War, Presidents, and Public Opinion, Wiley (New York, NY), 1973.
Films on Ballet and Modern Dance: Notes and a Directory, American Dance Guild (New York, NY), 1974.
Dance Film Directory: An Annotated and Evaluative Guide to Films on Ballet and Modern Dance, Princeton Books (Princeton, NJ), 1979.
Astaire Dancing: The Musical Films, Knopf (New York, NY), 1985.
(With Richard G. Niemi and Tom W. Smith) Trends in Public Opinion: A Compendium of Survey Data, Greenwood Press (New York, NY), 1989.
Retreat from Doomsday: The Obsolescence of Major War, Basic (New York, NY), 1989.
Quiet Cataclysm: Reflections on the Recent Transformation of World Politics, HarperCollins (New York, NY), 1995.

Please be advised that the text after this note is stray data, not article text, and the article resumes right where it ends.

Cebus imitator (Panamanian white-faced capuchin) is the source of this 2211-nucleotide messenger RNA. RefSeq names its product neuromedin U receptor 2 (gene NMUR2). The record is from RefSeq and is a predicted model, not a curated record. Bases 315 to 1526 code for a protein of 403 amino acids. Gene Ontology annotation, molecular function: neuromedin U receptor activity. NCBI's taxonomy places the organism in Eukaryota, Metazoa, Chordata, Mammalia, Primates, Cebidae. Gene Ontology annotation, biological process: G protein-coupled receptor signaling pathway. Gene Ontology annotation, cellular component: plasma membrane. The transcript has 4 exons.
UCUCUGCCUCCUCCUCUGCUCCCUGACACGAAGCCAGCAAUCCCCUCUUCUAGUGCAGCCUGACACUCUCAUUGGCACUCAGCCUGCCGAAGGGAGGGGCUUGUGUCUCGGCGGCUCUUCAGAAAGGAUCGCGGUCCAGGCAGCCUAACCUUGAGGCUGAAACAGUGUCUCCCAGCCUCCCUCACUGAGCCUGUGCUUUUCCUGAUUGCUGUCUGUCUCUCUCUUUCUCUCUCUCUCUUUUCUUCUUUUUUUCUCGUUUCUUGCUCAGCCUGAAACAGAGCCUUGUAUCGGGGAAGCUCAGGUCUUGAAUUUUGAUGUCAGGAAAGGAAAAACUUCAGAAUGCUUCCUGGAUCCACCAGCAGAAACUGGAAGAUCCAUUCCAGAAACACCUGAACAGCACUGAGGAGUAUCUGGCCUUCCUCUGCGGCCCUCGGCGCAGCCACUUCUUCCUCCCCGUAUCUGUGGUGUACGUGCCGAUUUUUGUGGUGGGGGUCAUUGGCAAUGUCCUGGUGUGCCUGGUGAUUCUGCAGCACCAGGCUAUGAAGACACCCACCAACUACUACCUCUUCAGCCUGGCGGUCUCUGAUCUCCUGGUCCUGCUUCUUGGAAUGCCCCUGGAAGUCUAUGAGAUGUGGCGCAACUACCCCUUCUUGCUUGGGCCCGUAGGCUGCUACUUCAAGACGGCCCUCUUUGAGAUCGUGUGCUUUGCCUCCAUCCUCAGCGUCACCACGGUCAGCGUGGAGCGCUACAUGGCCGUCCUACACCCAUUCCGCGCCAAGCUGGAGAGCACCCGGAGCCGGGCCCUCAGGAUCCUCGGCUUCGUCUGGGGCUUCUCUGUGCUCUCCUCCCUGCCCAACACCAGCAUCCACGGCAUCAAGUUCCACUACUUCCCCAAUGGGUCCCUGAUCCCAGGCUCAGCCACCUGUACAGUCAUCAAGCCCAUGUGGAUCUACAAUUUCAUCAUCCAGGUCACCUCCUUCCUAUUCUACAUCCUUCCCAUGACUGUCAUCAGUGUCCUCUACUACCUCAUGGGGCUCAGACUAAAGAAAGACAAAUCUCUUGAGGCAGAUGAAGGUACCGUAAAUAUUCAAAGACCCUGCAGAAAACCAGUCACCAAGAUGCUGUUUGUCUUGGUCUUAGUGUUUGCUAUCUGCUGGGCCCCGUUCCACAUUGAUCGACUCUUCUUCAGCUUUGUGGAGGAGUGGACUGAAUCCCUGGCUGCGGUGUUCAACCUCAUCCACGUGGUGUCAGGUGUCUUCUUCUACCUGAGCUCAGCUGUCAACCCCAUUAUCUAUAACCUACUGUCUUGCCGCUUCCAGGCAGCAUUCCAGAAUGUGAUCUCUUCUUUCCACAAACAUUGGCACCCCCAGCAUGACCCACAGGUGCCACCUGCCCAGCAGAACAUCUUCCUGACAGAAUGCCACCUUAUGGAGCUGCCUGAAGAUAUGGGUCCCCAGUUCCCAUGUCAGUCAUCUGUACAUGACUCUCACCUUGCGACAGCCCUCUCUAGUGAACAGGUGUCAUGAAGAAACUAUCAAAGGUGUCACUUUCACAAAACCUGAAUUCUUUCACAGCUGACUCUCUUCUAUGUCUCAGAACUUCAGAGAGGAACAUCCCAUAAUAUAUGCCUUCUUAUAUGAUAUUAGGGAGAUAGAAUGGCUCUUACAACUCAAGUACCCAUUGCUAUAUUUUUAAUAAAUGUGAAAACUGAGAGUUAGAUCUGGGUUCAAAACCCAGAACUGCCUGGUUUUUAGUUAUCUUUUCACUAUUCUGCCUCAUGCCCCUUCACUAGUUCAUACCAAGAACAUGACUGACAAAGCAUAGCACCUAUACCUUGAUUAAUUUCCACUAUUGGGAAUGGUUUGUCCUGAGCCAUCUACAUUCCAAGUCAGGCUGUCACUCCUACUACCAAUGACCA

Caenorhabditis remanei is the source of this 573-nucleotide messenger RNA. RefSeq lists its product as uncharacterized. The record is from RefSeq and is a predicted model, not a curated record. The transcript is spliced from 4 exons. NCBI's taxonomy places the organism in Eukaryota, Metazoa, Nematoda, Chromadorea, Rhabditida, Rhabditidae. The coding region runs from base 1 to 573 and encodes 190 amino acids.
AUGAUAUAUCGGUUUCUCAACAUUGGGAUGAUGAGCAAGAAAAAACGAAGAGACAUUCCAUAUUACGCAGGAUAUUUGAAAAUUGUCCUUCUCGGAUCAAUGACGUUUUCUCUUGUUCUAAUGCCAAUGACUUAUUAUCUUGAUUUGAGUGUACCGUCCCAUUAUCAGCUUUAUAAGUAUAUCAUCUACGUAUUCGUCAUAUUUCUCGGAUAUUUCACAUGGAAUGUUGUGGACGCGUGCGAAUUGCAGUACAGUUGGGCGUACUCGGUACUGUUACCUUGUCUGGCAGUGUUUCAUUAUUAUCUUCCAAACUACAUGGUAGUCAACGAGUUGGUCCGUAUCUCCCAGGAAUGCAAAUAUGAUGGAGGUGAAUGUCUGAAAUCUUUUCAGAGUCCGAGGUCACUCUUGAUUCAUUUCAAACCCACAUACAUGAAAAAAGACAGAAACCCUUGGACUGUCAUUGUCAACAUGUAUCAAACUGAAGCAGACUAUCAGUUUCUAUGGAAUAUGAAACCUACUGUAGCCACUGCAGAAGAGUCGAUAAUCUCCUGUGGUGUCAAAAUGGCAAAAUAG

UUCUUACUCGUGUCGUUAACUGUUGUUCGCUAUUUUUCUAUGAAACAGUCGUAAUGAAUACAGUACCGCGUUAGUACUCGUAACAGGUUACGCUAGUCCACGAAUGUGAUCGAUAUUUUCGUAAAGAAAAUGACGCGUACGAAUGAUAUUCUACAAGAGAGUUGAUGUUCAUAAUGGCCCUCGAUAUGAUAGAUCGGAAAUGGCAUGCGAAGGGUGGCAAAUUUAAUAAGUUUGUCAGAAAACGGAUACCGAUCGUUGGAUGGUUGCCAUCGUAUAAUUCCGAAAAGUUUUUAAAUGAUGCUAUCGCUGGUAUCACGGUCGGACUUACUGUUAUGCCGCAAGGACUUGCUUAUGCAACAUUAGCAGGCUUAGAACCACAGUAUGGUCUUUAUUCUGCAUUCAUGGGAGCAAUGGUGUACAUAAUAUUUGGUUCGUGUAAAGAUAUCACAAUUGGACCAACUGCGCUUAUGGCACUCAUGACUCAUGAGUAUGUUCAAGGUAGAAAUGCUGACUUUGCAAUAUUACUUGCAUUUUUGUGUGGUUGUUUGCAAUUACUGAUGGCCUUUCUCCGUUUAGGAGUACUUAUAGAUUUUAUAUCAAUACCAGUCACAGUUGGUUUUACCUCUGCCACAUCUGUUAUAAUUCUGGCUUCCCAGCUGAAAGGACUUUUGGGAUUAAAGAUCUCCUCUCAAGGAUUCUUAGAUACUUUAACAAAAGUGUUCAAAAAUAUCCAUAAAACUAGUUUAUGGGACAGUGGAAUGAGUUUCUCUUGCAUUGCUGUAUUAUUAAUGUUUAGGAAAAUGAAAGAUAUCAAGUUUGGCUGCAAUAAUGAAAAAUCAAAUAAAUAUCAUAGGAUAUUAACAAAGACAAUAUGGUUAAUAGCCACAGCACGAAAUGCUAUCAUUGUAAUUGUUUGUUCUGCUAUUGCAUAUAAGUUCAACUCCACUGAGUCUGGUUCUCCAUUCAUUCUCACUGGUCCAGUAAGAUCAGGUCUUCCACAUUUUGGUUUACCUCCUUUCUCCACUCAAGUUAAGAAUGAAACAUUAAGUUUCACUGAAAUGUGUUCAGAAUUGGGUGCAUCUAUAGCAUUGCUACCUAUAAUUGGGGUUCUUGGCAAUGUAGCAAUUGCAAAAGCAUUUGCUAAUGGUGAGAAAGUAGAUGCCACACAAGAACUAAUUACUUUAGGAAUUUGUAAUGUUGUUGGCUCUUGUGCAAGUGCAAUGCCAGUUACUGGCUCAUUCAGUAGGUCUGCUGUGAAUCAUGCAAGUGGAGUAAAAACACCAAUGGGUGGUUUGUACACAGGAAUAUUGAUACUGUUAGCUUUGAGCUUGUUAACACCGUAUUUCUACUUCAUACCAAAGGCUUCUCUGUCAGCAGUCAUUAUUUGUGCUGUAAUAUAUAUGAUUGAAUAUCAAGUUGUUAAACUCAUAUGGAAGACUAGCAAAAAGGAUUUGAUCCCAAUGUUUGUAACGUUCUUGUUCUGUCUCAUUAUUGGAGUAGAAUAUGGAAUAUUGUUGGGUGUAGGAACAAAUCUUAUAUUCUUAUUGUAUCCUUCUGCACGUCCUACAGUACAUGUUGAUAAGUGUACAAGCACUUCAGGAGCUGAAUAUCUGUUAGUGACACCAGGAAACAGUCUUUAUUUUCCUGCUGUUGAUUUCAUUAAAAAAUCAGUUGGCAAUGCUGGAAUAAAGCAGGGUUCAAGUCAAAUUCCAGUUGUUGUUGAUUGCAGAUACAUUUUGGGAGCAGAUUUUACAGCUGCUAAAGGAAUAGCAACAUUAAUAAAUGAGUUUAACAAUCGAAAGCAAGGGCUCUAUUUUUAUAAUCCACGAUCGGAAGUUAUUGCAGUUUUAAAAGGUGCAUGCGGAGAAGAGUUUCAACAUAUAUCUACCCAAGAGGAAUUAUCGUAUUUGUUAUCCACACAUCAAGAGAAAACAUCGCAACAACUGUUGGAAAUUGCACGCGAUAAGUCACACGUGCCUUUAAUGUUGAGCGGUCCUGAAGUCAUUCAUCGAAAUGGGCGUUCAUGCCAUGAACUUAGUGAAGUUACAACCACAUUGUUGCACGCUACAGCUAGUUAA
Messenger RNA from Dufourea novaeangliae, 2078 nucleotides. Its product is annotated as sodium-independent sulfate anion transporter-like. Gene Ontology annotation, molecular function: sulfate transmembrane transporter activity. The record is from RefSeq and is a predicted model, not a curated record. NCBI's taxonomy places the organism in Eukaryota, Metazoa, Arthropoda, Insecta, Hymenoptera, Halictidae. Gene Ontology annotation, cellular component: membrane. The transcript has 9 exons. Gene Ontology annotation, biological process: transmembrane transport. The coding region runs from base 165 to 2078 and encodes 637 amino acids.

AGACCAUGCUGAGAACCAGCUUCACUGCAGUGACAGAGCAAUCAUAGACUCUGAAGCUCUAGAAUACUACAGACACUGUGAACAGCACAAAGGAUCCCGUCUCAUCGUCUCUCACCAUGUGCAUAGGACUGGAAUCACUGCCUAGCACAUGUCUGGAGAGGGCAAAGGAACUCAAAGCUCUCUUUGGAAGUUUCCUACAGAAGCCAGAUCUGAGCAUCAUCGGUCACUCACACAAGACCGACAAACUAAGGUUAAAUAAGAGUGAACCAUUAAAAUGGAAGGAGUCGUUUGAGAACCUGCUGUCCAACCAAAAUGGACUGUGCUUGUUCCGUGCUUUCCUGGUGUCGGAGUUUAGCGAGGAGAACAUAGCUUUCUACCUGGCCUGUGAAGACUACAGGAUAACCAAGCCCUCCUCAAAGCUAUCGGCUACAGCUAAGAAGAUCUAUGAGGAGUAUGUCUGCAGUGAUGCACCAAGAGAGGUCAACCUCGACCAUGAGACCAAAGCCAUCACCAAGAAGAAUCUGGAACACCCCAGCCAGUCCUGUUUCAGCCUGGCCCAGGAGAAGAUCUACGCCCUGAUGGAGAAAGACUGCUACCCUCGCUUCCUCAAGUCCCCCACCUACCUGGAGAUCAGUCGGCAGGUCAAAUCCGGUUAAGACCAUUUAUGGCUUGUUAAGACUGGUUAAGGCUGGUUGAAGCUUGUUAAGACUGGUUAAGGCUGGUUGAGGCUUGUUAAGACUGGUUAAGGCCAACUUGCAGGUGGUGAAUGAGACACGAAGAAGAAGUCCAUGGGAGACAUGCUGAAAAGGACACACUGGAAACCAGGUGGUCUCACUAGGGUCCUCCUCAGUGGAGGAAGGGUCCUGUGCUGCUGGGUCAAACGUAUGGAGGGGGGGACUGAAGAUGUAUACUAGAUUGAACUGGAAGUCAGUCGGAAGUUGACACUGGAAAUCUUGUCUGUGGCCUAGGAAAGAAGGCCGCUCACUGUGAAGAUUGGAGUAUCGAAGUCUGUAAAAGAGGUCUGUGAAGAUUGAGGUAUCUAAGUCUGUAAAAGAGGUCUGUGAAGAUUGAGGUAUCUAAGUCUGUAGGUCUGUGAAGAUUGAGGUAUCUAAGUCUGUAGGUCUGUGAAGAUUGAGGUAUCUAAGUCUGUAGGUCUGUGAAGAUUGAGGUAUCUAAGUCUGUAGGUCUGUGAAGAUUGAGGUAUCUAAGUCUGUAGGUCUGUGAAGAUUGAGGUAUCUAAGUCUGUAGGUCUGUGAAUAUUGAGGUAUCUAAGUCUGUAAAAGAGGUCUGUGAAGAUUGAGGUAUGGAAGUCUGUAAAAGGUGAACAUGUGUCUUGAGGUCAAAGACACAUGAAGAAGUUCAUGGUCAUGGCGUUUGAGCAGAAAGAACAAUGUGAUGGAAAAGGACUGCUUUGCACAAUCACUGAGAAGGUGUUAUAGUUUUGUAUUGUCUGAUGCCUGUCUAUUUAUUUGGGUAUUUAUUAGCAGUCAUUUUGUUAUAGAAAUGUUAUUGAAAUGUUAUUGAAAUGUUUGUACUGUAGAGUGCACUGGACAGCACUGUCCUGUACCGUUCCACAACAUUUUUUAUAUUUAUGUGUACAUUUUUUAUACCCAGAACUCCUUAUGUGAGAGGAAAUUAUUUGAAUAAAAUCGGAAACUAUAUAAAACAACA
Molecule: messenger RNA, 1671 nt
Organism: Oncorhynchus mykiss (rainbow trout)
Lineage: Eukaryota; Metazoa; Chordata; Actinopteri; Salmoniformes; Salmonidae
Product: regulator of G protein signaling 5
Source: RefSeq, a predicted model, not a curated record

(With Norm Foster) A Foggy Day (musical play), produced at Shaw Festival, Ontario, Canada, 1998.
Capitalism, Democracy, and Ralph's Pretty Good Grocery, Princeton University Press (Princeton, NJ), 1999.
Peace, Prosperity, and Politics, Westview (Boulder, CO), 2000.
The Remnants of War, Cornell University Press (Ithaca, NY), 2004.
Overblown: How Politicians and the Terrorism Industry Inflate National Security Threats, and Why We Believe Them, Free Press (New York, NY), 2006.